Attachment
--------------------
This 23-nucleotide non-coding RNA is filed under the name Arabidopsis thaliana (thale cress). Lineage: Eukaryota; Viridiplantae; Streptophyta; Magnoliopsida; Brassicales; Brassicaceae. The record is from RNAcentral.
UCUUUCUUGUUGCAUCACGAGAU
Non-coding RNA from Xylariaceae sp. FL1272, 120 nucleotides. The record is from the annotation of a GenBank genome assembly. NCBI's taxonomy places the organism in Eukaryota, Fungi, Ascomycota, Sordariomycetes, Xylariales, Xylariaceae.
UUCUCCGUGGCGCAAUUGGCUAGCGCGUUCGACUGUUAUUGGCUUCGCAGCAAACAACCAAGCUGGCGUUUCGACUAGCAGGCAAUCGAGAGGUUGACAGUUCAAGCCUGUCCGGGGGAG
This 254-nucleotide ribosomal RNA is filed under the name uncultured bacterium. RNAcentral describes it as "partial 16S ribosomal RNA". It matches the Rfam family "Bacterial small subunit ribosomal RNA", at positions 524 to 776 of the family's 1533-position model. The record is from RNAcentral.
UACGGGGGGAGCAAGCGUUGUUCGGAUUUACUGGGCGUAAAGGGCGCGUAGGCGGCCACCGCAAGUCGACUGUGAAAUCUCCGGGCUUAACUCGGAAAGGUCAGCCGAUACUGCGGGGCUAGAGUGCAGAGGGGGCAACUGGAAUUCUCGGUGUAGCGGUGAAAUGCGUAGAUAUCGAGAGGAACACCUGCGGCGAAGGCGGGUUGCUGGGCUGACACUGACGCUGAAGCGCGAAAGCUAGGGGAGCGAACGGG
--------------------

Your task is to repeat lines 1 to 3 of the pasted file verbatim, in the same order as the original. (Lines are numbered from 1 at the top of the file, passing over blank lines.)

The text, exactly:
This 23-nucleotide non-coding RNA is filed under the name Arabidopsis thaliana (thale cress). Lineage: Eukaryota; Viridiplantae; Streptophyta; Magnoliopsida; Brassicales; Brassicaceae. The record is from RNAcentral.
UCUUUCUUGUUGCAUCACGAGAU
Non-coding RNA from Xylariaceae sp. FL1272, 120 nucleotides. The record is from the annotation of a GenBank genome assembly. NCBI's taxonomy places the organism in Eukaryota, Fungi, Ascomycota, Sordariomycetes, Xylariales, Xylariaceae.